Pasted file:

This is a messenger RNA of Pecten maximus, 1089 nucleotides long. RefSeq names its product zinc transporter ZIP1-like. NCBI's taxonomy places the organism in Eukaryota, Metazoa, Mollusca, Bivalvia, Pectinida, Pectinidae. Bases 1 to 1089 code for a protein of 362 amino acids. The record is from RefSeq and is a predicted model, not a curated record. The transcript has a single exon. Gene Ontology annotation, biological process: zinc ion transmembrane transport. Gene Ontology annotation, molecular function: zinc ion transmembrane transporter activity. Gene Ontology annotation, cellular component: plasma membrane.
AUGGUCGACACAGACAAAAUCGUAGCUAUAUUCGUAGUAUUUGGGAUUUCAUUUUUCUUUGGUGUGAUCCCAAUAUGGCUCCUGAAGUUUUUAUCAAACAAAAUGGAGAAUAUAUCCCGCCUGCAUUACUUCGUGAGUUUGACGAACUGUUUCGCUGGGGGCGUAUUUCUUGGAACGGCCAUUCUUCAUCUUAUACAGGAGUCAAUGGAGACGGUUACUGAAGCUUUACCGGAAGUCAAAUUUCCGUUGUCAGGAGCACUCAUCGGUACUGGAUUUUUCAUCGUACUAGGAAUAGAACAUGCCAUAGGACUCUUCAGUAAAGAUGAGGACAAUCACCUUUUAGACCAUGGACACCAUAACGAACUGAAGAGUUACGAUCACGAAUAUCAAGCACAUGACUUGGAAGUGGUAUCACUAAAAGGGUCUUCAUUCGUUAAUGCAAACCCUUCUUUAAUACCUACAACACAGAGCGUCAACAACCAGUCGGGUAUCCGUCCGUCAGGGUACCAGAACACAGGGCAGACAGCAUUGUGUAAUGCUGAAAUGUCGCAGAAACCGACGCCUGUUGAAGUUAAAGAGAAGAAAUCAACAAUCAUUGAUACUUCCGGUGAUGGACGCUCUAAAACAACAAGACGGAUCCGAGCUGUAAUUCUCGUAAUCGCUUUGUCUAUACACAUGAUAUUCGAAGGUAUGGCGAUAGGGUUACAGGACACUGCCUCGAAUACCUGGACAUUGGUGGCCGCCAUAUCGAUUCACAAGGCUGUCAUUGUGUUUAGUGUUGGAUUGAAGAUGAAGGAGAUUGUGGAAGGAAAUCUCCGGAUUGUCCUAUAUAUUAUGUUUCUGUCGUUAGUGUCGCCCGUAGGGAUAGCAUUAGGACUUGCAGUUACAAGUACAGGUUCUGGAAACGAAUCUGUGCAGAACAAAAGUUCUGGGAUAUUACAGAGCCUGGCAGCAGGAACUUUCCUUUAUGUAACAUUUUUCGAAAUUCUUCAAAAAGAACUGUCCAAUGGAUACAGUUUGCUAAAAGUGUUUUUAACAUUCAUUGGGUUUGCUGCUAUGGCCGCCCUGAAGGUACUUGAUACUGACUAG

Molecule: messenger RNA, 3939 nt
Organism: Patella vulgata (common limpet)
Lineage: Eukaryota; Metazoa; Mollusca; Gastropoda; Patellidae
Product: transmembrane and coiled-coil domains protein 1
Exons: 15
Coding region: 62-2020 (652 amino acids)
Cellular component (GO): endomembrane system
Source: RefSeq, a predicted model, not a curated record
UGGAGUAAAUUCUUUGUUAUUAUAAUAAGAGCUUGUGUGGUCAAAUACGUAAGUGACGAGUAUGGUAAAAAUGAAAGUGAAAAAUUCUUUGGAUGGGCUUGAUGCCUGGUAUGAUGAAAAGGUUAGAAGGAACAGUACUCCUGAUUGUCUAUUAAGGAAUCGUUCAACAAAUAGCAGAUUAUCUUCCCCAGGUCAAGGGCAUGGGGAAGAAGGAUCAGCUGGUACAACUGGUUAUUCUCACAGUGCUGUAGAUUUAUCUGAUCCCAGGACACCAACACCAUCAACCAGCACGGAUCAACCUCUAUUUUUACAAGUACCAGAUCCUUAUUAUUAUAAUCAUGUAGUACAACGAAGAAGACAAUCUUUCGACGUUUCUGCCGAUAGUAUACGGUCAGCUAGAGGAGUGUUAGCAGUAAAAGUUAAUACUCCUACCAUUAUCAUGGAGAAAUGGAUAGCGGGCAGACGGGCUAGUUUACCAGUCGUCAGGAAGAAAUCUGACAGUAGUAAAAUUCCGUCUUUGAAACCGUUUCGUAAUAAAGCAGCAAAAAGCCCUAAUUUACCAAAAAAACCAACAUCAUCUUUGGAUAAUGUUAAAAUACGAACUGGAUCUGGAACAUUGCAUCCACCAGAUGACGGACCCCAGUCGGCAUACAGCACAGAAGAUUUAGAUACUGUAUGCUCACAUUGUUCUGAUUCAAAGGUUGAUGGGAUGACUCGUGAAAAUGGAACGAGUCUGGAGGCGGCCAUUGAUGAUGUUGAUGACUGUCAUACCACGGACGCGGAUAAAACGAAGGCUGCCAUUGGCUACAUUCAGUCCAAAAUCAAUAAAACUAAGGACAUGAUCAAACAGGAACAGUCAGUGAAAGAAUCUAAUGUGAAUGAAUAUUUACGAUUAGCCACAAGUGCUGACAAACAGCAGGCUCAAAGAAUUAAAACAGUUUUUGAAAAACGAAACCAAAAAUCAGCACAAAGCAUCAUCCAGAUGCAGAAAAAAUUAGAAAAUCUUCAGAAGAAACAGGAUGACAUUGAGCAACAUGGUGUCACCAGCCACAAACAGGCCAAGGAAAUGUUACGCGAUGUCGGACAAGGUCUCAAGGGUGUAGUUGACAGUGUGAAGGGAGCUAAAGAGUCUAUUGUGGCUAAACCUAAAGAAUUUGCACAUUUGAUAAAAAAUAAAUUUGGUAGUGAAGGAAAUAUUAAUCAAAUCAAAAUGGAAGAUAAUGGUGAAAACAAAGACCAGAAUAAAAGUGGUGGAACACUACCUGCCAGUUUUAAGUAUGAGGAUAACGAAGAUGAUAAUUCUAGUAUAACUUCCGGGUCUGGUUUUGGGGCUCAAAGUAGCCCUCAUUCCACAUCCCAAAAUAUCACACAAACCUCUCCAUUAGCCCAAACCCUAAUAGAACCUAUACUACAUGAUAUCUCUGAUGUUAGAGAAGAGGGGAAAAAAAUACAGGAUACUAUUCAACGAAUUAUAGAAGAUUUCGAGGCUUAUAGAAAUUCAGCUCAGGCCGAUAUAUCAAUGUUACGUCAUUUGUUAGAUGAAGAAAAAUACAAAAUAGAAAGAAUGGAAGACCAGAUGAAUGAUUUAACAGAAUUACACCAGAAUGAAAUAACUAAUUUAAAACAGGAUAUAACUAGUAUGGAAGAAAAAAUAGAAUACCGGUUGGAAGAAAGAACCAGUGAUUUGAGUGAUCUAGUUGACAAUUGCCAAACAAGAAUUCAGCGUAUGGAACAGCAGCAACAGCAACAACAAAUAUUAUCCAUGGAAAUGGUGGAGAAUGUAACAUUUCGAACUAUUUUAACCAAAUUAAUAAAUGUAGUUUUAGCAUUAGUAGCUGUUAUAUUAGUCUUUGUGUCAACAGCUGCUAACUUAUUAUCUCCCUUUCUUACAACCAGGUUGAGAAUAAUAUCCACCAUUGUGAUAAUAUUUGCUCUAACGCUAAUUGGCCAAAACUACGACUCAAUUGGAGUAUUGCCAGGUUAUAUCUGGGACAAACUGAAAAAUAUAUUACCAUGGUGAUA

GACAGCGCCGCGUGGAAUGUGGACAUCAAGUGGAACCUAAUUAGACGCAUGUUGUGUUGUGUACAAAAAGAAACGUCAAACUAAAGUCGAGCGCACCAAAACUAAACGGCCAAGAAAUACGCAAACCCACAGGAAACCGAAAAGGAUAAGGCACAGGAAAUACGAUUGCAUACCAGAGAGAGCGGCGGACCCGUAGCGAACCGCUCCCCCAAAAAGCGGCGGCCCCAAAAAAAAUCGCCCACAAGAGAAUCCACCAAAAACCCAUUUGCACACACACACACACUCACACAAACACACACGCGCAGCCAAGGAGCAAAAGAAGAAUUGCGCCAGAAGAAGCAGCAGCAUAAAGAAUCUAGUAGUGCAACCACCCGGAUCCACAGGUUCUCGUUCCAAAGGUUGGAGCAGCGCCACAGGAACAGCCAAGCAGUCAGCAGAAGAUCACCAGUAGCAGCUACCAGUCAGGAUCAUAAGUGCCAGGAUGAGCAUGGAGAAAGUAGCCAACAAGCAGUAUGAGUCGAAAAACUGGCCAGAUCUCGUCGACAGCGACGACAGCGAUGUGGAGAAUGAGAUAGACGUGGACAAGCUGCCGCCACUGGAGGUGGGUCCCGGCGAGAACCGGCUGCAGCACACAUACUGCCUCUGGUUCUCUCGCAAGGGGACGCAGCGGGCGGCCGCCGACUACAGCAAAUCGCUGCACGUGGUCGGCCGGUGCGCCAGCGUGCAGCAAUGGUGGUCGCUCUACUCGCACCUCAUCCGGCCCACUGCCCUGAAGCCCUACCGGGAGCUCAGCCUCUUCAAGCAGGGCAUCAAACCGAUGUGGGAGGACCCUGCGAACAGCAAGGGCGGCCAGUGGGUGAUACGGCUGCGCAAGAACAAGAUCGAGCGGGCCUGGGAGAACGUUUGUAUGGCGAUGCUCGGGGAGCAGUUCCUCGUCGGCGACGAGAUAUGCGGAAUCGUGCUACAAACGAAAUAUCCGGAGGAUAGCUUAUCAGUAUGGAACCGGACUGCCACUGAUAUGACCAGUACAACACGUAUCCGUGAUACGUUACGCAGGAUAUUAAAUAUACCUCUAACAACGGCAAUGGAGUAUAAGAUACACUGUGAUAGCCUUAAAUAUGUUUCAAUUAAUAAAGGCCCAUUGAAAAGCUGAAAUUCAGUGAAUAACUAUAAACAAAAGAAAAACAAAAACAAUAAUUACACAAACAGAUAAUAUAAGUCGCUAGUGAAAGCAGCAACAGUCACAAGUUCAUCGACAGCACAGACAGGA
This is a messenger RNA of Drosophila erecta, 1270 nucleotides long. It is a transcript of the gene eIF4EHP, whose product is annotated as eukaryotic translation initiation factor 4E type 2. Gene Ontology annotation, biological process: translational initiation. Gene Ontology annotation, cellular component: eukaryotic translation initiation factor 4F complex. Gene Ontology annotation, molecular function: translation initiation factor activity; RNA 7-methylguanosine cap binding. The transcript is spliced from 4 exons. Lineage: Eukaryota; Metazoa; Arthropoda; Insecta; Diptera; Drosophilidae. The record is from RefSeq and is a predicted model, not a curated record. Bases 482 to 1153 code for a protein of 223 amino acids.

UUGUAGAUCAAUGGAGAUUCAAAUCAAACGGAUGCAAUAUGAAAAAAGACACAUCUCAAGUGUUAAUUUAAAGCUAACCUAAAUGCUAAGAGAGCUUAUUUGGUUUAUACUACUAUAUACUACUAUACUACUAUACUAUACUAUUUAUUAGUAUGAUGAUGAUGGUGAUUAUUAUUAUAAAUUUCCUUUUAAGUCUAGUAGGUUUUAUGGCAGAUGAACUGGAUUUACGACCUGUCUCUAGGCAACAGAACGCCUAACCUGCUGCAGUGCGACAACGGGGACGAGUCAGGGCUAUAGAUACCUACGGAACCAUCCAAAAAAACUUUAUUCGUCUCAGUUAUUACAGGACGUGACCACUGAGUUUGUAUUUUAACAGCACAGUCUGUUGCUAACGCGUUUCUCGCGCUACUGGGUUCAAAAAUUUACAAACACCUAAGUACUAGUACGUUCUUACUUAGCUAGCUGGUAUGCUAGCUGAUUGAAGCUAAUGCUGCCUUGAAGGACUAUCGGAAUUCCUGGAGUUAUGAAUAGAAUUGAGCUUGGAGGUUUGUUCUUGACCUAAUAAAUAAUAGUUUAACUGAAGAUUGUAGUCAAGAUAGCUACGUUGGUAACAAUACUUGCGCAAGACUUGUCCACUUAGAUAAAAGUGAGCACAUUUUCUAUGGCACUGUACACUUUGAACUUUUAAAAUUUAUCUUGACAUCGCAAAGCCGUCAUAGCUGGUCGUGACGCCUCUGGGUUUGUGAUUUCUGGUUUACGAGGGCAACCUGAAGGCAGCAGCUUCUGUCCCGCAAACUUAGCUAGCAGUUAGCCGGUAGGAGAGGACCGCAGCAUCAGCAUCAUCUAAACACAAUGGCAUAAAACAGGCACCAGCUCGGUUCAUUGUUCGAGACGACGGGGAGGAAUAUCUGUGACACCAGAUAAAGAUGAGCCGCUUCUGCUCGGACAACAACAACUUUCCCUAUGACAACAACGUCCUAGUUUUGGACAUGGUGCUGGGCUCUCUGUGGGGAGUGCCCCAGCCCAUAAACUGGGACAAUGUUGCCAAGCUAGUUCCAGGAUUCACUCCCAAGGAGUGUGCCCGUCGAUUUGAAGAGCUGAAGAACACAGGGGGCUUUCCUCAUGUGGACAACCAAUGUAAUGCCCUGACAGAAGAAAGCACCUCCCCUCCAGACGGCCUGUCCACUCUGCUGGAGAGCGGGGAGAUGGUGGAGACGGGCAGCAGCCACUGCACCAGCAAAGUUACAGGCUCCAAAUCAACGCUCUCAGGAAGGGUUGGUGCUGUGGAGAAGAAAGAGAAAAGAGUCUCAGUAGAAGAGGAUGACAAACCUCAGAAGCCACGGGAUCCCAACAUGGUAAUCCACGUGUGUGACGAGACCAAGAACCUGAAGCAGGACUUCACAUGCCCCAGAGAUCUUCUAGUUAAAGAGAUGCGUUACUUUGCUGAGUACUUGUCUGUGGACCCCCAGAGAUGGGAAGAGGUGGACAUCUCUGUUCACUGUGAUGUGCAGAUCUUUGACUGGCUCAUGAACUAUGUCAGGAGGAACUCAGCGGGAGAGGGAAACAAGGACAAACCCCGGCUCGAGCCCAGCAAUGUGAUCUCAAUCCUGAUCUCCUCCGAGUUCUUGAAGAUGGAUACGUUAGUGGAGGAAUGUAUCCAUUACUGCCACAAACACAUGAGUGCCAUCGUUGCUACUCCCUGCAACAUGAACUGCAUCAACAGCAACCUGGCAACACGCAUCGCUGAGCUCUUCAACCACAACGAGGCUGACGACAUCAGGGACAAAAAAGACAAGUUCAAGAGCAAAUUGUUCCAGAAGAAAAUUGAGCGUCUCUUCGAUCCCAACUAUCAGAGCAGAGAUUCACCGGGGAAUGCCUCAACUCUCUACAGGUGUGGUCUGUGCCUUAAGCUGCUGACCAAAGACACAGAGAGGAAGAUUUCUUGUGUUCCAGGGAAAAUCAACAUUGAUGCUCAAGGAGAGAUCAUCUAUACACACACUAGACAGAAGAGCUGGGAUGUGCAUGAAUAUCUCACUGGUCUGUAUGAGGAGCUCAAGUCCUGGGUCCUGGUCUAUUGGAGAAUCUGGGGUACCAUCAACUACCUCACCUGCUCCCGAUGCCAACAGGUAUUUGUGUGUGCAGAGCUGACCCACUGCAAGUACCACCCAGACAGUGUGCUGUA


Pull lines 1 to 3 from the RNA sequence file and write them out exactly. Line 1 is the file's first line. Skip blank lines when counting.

This is a messenger RNA of Pecten maximus, 1089 nucleotides long. RefSeq names its product zinc transporter ZIP1-like. NCBI's taxonomy places the organism in Eukaryota, Metazoa, Mollusca, Bivalvia, Pectinida, Pectinidae. Bases 1 to 1089 code for a protein of 362 amino acids. The record is from RefSeq and is a predicted model, not a curated record. The transcript has a single exon. Gene Ontology annotation, biological process: zinc ion transmembrane transport. Gene Ontology annotation, molecular function: zinc ion transmembrane transporter activity. Gene Ontology annotation, cellular component: plasma membrane.
AUGGUCGACACAGACAAAAUCGUAGCUAUAUUCGUAGUAUUUGGGAUUUCAUUUUUCUUUGGUGUGAUCCCAAUAUGGCUCCUGAAGUUUUUAUCAAACAAAAUGGAGAAUAUAUCCCGCCUGCAUUACUUCGUGAGUUUGACGAACUGUUUCGCUGGGGGCGUAUUUCUUGGAACGGCCAUUCUUCAUCUUAUACAGGAGUCAAUGGAGACGGUUACUGAAGCUUUACCGGAAGUCAAAUUUCCGUUGUCAGGAGCACUCAUCGGUACUGGAUUUUUCAUCGUACUAGGAAUAGAACAUGCCAUAGGACUCUUCAGUAAAGAUGAGGACAAUCACCUUUUAGACCAUGGACACCAUAACGAACUGAAGAGUUACGAUCACGAAUAUCAAGCACAUGACUUGGAAGUGGUAUCACUAAAAGGGUCUUCAUUCGUUAAUGCAAACCCUUCUUUAAUACCUACAACACAGAGCGUCAACAACCAGUCGGGUAUCCGUCCGUCAGGGUACCAGAACACAGGGCAGACAGCAUUGUGUAAUGCUGAAAUGUCGCAGAAACCGACGCCUGUUGAAGUUAAAGAGAAGAAAUCAACAAUCAUUGAUACUUCCGGUGAUGGACGCUCUAAAACAACAAGACGGAUCCGAGCUGUAAUUCUCGUAAUCGCUUUGUCUAUACACAUGAUAUUCGAAGGUAUGGCGAUAGGGUUACAGGACACUGCCUCGAAUACCUGGACAUUGGUGGCCGCCAUAUCGAUUCACAAGGCUGUCAUUGUGUUUAGUGUUGGAUUGAAGAUGAAGGAGAUUGUGGAAGGAAAUCUCCGGAUUGUCCUAUAUAUUAUGUUUCUGUCGUUAGUGUCGCCCGUAGGGAUAGCAUUAGGACUUGCAGUUACAAGUACAGGUUCUGGAAACGAAUCUGUGCAGAACAAAAGUUCUGGGAUAUUACAGAGCCUGGCAGCAGGAACUUUCCUUUAUGUAACAUUUUUCGAAAUUCUUCAAAAAGAACUGUCCAAUGGAUACAGUUUGCUAAAAGUGUUUUUAACAUUCAUUGGGUUUGCUGCUAUGGCCGCCCUGAAGGUACUUGAUACUGACUAG

Molecule: messenger RNA, 3939 nt